The children have gone in several directions, but most are within a few hundred miles of the old homestead—an Eichler house which exists comfortably among fifteen others in a cul-de-sac which Charles believes is the second-oldest in the city. There isn’t quite the same sense of community that existed in 1962 when the Dreks bought the house (for a price that could make you sigh). “Most of the neighbors boarded a vessel belonging to the family across the street and we all sailed off to Alviso for an Italian dinner. For a number of years we paid the police department five or ten dollars to close off the street for our block parties.” Two of the families had ten children each and one of the matrons still lives here. But the Dreks are the second most senior inhabitants. It is a far more cosmopolitan neighborhood now. Charles estimates that English is the second language for half the families. Although much has changed and the old neighbors are gone, the street still floods from time to time, the raccoons still threaten the cats, and the eucalyptus trees keep people busy in their yards.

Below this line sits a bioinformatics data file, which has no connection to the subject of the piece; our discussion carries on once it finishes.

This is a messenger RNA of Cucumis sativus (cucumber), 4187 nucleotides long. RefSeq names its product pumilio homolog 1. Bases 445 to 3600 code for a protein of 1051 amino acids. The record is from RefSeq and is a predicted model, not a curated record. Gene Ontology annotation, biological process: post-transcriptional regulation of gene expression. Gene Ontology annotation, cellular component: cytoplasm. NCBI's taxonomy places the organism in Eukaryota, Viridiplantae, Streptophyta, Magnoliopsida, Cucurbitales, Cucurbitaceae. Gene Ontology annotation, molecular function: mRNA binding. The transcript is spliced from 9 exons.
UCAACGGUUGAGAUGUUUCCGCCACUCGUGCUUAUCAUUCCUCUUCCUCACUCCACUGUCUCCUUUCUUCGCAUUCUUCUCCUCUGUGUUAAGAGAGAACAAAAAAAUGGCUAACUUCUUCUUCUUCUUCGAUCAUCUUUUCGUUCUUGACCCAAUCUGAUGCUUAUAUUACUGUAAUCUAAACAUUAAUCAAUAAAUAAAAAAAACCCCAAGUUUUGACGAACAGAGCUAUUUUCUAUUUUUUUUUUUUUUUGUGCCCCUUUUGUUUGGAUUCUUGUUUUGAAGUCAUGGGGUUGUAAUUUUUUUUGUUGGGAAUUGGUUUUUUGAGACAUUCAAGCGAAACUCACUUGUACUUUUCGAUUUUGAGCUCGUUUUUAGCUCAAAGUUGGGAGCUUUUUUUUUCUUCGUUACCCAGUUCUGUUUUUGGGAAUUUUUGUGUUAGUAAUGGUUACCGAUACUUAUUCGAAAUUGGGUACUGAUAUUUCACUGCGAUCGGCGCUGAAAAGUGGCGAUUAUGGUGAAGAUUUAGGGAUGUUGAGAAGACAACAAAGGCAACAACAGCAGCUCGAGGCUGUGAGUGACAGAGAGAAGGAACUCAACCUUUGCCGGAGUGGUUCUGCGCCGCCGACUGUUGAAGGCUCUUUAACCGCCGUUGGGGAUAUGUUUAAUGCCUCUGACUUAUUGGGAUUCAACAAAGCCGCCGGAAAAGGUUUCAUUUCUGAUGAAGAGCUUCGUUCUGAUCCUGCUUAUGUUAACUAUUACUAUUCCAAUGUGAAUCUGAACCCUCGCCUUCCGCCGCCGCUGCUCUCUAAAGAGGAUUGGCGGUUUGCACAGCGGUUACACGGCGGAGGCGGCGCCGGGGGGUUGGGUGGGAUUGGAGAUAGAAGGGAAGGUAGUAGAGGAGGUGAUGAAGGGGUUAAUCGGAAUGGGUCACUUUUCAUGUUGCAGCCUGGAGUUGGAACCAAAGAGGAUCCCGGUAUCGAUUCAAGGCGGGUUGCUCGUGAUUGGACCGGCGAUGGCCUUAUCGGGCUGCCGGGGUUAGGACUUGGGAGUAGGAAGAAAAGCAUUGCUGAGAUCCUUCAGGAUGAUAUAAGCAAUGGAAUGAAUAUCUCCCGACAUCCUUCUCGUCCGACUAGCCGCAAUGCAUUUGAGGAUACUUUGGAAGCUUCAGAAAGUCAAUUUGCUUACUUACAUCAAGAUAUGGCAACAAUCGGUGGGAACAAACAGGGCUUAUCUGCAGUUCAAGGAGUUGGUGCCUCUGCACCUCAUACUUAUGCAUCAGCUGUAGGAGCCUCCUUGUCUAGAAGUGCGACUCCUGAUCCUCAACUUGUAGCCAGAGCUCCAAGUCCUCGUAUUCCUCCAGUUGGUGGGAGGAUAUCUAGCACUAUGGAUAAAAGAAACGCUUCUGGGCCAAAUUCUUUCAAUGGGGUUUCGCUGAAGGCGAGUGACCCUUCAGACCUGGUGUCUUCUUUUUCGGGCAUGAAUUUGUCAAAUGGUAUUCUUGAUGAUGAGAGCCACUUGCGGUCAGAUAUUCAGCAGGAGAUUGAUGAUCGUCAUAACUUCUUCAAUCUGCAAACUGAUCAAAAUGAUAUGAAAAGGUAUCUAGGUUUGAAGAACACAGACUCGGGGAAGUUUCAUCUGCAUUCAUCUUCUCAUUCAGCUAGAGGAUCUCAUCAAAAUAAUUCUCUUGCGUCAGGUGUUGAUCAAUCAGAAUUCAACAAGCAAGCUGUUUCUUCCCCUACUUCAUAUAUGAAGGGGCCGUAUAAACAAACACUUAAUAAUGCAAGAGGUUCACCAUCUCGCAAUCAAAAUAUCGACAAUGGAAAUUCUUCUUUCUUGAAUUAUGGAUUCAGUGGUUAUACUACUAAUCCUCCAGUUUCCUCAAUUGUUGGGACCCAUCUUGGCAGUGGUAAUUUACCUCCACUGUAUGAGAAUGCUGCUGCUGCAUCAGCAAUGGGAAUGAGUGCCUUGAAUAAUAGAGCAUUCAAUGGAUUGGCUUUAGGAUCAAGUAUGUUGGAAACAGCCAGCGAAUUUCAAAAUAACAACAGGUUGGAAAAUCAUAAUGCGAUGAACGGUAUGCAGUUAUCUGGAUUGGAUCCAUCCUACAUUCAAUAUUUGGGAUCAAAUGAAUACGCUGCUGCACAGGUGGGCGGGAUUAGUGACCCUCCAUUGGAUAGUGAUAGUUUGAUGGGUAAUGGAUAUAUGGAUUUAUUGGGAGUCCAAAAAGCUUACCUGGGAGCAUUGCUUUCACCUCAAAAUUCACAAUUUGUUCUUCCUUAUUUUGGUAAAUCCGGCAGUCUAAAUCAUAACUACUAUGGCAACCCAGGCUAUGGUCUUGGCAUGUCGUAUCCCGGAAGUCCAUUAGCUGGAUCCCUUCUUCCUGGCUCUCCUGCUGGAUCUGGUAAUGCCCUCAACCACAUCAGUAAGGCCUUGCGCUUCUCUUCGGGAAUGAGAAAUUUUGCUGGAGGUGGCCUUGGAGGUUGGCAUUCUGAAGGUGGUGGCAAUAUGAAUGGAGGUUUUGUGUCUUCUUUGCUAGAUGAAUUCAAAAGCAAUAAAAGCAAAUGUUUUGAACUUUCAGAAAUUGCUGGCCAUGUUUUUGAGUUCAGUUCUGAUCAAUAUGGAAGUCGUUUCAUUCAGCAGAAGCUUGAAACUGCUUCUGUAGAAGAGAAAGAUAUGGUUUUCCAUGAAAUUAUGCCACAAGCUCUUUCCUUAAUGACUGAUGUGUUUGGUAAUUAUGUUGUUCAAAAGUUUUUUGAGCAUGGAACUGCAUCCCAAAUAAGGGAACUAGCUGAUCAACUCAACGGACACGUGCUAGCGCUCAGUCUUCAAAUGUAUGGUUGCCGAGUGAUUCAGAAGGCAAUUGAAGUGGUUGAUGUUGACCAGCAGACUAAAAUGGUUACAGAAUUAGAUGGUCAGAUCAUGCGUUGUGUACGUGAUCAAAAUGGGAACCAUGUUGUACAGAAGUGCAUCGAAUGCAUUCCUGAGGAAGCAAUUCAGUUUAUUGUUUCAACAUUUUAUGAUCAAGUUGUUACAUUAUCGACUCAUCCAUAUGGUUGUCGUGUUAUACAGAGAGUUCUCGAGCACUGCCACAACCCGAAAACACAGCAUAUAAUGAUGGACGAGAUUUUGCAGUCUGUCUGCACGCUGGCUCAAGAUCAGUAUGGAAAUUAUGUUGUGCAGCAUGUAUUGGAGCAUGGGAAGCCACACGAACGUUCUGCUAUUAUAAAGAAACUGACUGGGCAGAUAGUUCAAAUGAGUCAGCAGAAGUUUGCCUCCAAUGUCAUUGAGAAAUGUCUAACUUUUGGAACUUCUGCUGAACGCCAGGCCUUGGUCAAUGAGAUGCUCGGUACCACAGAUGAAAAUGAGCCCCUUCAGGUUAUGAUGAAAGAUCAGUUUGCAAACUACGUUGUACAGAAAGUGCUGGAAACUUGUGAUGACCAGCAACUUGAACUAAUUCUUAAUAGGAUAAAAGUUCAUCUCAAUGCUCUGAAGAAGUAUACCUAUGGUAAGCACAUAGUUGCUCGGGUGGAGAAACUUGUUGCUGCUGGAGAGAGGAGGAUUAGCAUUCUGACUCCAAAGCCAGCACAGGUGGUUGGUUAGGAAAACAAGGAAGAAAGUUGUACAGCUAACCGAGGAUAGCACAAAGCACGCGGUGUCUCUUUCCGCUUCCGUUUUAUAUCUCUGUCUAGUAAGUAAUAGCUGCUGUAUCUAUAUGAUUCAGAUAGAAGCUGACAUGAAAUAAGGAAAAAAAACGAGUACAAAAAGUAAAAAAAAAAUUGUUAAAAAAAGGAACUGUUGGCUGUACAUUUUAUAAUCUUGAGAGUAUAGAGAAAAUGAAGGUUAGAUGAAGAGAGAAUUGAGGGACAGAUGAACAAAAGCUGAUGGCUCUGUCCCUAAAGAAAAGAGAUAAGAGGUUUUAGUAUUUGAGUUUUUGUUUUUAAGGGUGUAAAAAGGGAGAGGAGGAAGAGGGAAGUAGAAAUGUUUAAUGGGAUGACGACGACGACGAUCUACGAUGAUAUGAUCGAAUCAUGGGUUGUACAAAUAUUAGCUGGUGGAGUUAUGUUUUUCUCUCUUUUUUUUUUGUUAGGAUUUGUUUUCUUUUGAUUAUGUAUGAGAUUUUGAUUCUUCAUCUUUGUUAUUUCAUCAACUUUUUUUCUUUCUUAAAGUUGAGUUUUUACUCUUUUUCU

Looking back, Charles and Margot see the ‘60s as the high point of their academic life. Charles was invited to start a political science department at Rice in Houston (their political scientists were housed with the historians) and this seduction got him tenure at Stanford. That, Houston's weather, and the possibility that Lyndon Johnson would join the new department after he left Washington, encouraged Charles and Margot to stay in California. Within a year or two, as the Vietnam War was heating up, it became clear to them and a number of their colleagues that academics had the responsibility of analyzing the disaster unfolding in southeast Asia. Charles and Claude Buss of the History Department chaired an all-day 'teach-in' utilizing the various specialties of the Stanford faculty. Teach-ins blossomed all over the scholarly map but only Michigan was ahead of Stanford.
At the behest of activist students, Charles and six other faculty from the social sciences arranged for thirty students—fifteen black and fifteen white—to join Martin Luther King in 'Resurrection City,' a project planned for Washington DC. For there to be academic credits, the students had to pursue a course of study that included everything from the techniques of participant observation to the history of the civil rights movement. Their commitment pushed them to work hard, and the two grad students who worked as teaching assistants said they'd never seen such devotion to studies. Alas, on the day before they were due to leave for Washington, Rev. King was assassinated. The tents of Resurrection City never went up.